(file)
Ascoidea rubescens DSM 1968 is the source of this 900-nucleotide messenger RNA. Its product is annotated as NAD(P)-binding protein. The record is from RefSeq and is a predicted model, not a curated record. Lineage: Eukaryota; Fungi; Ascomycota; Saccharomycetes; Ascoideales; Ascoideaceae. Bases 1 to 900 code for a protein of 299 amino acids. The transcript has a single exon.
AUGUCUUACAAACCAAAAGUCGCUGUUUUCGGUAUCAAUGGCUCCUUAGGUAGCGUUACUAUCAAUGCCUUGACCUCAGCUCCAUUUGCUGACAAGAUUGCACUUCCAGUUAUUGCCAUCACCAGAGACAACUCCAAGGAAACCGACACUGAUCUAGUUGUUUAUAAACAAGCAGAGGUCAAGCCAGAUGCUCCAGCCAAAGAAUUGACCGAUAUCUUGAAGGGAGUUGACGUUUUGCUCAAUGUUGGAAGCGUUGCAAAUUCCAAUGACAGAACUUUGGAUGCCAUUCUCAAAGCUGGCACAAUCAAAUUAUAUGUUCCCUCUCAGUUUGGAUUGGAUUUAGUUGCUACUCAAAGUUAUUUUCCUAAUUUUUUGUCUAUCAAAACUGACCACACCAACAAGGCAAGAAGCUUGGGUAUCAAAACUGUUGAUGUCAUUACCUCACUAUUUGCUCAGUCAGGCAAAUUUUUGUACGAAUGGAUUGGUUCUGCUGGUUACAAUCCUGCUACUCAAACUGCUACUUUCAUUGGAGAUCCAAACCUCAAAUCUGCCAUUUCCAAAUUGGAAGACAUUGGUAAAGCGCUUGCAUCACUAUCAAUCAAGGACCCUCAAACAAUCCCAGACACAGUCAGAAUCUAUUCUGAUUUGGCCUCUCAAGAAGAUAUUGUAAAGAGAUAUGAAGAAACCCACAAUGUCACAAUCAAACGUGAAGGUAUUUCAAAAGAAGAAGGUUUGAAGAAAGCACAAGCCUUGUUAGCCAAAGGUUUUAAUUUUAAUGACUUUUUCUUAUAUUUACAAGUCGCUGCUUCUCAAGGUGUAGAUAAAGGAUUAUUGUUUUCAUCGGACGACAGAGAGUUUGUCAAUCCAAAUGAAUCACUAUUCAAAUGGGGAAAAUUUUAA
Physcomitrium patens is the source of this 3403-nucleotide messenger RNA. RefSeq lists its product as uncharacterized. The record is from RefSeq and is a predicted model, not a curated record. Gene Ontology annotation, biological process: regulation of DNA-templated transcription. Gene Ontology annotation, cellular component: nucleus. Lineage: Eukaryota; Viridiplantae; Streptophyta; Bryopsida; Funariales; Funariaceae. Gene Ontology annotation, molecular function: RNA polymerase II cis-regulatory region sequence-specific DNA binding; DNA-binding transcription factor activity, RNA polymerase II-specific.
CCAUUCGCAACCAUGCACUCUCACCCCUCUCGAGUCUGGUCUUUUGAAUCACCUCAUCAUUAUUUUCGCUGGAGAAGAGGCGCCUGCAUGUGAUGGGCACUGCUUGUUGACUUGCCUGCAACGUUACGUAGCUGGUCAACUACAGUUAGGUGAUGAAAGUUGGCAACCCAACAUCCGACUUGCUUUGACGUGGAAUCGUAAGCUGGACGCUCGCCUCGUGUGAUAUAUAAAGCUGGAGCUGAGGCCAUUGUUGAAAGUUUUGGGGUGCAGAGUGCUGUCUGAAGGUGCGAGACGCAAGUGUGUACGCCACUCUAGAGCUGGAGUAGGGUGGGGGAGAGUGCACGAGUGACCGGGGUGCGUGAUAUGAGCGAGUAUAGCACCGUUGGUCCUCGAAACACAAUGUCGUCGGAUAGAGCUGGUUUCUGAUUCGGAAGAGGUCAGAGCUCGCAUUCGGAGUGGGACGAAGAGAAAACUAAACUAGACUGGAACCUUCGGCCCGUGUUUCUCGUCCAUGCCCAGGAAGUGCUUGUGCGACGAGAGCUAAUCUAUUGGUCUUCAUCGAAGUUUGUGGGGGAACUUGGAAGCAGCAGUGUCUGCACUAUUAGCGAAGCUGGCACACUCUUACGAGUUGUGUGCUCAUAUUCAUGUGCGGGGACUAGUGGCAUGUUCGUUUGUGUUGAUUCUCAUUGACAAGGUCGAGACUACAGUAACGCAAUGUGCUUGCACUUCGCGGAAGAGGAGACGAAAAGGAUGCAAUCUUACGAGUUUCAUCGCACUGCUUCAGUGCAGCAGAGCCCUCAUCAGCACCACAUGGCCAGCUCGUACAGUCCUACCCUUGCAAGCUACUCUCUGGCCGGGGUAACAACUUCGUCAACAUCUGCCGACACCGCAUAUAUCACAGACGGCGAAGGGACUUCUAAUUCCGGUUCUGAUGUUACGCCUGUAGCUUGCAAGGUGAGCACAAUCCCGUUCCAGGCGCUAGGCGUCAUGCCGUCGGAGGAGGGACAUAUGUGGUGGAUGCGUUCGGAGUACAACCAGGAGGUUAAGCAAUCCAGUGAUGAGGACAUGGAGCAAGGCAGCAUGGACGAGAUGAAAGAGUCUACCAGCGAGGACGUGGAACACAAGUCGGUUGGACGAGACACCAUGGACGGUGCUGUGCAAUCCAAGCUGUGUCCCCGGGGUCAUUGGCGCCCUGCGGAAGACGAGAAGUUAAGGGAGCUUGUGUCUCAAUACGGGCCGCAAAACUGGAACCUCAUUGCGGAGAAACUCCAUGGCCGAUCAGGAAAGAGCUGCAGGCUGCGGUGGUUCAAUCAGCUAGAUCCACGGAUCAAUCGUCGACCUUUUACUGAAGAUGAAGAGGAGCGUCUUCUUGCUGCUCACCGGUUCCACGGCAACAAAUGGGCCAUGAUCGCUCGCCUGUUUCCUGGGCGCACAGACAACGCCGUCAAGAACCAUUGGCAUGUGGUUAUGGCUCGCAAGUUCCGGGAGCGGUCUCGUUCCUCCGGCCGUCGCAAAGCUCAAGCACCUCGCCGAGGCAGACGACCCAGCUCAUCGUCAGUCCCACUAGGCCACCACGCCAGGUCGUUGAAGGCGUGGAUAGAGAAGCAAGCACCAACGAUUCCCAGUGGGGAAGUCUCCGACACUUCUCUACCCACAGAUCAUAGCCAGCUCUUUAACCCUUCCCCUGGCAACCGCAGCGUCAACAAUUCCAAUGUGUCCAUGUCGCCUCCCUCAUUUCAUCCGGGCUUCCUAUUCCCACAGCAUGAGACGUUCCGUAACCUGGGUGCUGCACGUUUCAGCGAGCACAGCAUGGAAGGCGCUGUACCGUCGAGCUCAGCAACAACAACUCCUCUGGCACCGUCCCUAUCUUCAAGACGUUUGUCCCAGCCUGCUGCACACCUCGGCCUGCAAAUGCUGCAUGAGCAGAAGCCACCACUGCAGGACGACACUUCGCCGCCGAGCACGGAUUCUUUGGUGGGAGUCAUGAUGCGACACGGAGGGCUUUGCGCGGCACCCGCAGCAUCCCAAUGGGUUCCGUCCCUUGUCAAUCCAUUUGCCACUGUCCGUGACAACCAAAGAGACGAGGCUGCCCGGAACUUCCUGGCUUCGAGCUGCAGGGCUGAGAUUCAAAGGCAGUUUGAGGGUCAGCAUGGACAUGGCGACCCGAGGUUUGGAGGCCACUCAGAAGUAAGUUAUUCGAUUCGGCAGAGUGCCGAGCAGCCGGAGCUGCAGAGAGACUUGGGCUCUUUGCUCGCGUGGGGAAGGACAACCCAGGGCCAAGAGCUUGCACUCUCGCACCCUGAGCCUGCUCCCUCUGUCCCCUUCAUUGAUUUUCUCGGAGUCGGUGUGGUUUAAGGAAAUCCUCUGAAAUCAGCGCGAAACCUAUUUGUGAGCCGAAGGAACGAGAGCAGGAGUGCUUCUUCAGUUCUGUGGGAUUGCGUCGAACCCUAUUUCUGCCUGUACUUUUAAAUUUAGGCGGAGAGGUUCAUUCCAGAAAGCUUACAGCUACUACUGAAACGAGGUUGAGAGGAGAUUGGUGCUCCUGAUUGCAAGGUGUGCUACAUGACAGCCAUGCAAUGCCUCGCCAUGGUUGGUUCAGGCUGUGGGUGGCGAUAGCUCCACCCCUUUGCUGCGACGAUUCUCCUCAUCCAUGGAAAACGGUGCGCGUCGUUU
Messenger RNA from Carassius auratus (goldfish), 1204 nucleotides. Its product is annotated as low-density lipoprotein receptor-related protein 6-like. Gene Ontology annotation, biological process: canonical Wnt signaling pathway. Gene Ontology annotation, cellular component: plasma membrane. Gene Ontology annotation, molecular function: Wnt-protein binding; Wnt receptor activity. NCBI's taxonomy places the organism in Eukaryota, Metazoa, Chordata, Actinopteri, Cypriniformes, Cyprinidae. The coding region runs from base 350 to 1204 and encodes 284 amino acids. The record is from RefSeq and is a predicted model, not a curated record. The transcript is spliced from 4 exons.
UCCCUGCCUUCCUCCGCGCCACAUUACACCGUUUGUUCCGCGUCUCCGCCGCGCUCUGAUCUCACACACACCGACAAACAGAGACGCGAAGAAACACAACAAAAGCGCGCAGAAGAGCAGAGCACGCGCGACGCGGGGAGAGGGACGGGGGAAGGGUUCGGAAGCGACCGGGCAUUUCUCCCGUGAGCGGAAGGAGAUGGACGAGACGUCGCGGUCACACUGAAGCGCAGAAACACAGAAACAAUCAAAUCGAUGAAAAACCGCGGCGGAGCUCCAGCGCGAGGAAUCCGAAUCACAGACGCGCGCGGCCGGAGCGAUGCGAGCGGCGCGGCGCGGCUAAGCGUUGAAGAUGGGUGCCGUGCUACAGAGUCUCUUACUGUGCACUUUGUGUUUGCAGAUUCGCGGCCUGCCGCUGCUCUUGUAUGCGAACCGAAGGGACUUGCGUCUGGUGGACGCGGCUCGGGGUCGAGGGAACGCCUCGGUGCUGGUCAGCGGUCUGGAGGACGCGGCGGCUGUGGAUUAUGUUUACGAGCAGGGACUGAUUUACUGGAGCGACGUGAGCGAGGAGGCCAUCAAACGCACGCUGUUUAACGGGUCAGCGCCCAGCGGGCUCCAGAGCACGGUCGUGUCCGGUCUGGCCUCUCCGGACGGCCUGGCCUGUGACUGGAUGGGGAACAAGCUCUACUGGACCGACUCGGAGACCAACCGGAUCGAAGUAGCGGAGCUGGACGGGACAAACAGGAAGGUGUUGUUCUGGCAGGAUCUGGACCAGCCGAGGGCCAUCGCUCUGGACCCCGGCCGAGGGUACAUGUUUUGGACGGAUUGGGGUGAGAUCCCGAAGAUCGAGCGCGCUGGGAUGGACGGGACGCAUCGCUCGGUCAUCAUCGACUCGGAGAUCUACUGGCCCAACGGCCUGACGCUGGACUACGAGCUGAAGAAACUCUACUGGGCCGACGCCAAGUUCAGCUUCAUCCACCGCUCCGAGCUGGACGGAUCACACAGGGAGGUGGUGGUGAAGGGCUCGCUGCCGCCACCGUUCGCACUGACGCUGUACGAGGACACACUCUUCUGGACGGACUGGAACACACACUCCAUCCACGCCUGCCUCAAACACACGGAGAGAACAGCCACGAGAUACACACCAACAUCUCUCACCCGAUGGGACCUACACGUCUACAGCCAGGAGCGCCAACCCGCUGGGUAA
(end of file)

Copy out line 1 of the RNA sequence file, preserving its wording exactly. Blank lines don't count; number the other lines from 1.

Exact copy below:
Ascoidea rubescens DSM 1968 is the source of this 900-nucleotide messenger RNA. Its product is annotated as NAD(P)-binding protein. The record is from RefSeq and is a predicted model, not a curated record. Lineage: Eukaryota; Fungi; Ascomycota; Saccharomycetes; Ascoideales; Ascoideaceae. Bases 1 to 900 code for a protein of 299 amino acids. The transcript has a single exon.